The Pan Macmillan Reading Group Panel had a lively debate about this book.  We particularly found it interesting to compare and contrast the six women and their lifestyle to celebrities of today.  Comparisons ranged from Kerry Katona, to Katie Price to Courtney Love.  There were also the parallels to the 1960s and also to some extent the 1980s, with the money, the drugs and the complete hedonism of that decade.  Another comparison that would apply to the 1980s is the fact that the behaviours peaked before a Depression or Recession.  We wondered just how far women would have moved forward without the disruption of financial collapse.

We all agreed that we would recommend Flappers to reading groups, even if groups do not traditionally read non-fiction this is written in such a style that it could almost be fictional.  It most certainly isn't a dull list of times and dates, it's an entertaining and educating read.   Groups that have enjoyed books such as The Immortal Life of Henrietta Lacks or The Suspicions of Mr Whicher would certainly enjoy this.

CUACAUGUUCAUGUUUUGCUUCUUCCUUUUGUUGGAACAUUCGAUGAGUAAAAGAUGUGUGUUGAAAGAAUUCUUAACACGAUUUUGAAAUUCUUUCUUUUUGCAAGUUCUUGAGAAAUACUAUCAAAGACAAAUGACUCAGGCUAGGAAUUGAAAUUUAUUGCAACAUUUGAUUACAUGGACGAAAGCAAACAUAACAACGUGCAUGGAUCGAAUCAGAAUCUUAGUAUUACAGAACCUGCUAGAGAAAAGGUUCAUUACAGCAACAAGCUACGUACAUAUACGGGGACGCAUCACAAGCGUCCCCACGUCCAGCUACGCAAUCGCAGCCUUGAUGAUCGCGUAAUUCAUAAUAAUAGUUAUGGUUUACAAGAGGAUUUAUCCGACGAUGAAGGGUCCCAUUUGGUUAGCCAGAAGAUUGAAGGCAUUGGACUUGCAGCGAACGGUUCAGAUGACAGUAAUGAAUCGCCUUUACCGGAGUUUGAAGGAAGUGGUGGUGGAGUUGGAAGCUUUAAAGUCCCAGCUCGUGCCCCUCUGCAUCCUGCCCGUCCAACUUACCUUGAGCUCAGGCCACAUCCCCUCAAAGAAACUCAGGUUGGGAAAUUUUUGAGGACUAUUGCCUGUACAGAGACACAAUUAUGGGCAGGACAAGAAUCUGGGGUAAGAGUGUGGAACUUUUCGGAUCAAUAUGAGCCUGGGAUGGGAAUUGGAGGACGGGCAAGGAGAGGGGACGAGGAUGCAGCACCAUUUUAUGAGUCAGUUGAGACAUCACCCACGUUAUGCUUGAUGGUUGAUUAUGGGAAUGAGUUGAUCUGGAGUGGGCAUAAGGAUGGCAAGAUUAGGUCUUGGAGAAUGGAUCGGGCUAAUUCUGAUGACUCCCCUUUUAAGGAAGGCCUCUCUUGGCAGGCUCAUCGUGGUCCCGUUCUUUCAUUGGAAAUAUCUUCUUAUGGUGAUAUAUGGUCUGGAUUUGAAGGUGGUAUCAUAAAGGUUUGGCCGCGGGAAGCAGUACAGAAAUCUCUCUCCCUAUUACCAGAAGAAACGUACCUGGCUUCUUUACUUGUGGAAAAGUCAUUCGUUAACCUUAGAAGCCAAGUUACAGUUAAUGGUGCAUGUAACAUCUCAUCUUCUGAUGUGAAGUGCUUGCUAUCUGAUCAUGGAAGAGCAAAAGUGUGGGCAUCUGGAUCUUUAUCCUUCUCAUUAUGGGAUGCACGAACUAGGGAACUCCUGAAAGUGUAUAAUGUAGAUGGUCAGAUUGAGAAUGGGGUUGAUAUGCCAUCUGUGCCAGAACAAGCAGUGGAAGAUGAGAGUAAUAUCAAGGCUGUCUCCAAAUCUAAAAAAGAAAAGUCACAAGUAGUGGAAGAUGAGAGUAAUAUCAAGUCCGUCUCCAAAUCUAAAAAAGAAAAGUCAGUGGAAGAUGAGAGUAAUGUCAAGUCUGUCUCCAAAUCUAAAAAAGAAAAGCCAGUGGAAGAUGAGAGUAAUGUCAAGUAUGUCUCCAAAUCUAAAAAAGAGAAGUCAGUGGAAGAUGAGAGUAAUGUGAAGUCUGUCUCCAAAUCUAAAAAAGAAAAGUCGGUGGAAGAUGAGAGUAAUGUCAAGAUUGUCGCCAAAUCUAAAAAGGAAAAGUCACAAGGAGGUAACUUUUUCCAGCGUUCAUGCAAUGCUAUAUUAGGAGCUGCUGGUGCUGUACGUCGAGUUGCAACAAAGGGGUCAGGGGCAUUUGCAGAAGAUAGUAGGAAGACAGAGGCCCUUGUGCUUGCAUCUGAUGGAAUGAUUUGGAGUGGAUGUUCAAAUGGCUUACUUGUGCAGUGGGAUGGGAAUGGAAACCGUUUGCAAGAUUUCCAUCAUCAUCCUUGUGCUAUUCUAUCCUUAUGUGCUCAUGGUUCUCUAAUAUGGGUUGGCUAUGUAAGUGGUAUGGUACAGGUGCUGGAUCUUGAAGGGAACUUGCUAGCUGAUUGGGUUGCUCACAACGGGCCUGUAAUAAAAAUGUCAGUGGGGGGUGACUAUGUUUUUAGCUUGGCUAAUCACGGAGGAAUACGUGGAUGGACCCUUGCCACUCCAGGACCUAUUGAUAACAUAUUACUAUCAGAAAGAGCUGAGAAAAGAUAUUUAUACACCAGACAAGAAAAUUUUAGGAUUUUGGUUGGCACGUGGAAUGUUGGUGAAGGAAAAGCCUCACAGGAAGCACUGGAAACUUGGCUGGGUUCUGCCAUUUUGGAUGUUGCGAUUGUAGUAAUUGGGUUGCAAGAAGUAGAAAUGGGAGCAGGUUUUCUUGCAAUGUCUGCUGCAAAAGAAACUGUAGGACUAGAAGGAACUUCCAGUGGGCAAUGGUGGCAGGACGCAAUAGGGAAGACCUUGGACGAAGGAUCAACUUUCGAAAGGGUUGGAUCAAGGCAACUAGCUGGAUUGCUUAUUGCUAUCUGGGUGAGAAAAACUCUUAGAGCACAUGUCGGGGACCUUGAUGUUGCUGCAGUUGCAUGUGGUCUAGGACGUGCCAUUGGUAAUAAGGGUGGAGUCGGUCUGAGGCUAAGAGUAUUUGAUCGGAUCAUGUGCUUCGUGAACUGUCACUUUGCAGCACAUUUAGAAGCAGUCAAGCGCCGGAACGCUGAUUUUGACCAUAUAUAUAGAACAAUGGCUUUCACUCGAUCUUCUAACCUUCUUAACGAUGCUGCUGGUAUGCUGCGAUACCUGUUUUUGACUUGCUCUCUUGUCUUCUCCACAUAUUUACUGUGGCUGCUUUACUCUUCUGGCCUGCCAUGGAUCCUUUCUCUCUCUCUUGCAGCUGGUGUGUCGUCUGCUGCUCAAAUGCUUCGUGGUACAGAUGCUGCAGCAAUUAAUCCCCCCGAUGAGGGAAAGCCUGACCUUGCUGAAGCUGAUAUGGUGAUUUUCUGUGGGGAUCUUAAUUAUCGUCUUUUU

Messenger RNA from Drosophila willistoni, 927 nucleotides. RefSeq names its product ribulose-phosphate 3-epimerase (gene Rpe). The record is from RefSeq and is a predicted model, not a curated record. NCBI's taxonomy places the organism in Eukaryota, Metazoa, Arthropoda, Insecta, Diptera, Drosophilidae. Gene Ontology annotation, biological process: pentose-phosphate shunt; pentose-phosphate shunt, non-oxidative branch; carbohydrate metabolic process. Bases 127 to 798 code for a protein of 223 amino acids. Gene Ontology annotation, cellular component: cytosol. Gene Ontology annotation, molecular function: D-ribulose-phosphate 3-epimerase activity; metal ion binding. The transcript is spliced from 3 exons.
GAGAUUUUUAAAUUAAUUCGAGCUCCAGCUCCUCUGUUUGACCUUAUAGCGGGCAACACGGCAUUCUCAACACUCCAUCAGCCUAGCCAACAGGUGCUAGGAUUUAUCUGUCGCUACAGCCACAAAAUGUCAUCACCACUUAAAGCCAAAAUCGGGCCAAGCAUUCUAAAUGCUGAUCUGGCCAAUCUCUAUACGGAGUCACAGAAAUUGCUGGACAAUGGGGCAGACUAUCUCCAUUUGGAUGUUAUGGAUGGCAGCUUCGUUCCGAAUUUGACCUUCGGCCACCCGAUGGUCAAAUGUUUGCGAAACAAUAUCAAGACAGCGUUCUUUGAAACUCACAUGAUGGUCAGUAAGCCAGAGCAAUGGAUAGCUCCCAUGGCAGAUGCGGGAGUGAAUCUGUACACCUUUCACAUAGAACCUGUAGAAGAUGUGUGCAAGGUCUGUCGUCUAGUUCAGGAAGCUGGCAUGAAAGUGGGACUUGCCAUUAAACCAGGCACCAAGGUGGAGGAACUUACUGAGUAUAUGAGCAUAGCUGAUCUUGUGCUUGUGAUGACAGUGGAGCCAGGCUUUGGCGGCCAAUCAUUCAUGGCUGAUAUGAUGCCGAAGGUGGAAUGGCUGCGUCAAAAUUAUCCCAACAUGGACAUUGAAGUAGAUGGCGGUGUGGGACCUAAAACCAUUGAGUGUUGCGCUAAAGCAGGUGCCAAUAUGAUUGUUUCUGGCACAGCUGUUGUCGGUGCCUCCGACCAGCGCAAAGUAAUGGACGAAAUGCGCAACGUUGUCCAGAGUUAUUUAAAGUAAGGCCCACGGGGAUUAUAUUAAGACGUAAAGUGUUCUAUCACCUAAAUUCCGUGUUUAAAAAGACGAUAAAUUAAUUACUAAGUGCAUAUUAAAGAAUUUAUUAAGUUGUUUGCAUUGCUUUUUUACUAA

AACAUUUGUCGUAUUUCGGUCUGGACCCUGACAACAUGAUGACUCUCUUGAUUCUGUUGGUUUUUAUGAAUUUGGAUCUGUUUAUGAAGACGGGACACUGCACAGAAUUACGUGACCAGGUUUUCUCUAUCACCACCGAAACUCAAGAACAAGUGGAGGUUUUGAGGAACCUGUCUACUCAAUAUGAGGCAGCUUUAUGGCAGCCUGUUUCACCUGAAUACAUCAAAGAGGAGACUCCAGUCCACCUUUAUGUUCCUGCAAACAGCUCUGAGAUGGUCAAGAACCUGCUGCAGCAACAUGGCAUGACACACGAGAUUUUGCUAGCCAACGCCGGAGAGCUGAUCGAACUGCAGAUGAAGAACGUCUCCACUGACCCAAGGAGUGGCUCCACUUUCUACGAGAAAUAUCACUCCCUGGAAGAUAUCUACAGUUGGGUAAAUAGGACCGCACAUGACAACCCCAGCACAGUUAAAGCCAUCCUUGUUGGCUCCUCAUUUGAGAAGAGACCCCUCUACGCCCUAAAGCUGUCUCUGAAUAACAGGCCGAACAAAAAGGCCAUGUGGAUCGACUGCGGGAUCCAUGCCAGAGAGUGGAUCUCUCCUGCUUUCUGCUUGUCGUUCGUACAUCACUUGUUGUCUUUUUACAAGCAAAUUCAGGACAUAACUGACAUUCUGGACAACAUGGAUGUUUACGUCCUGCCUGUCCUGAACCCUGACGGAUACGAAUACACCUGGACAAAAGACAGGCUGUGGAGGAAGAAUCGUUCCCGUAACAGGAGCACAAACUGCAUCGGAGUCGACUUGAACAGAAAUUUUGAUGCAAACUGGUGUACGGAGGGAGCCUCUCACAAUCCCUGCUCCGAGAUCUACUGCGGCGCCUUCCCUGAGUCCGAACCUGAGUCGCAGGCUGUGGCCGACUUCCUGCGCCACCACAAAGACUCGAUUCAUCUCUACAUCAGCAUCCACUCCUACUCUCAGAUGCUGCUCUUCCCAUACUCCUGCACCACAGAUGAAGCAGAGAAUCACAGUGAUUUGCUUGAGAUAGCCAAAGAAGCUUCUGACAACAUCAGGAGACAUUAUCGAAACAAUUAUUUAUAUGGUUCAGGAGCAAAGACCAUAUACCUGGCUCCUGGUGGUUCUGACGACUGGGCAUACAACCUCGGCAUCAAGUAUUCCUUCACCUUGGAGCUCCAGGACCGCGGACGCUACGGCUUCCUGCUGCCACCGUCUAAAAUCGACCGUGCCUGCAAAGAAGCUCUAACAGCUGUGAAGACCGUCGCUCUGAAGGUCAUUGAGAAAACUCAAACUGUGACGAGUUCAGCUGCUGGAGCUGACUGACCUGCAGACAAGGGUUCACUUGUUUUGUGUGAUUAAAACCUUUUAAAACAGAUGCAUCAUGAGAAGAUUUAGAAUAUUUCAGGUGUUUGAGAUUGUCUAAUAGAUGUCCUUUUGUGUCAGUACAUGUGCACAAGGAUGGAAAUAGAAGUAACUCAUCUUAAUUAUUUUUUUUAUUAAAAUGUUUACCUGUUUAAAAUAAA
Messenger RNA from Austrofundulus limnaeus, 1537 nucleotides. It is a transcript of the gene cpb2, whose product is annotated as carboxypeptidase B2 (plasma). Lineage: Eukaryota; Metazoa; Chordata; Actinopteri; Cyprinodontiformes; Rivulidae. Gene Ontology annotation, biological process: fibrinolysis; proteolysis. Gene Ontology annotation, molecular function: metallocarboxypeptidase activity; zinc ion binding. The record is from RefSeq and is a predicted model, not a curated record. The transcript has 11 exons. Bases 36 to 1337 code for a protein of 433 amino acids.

Our advance proof copies did not have any illustrations, but the Pan Macmillan assure us that the finished edition will include photos - all of us agreed that this is essential.  We all admitted to Googling pictures of the women whilst we were reading as Judith Mackrell's descriptions are so well written that as a reader you find yourself dying to look at real photos.

Diana Cooper                        Nancy Cunard                 Tallulah Bankhead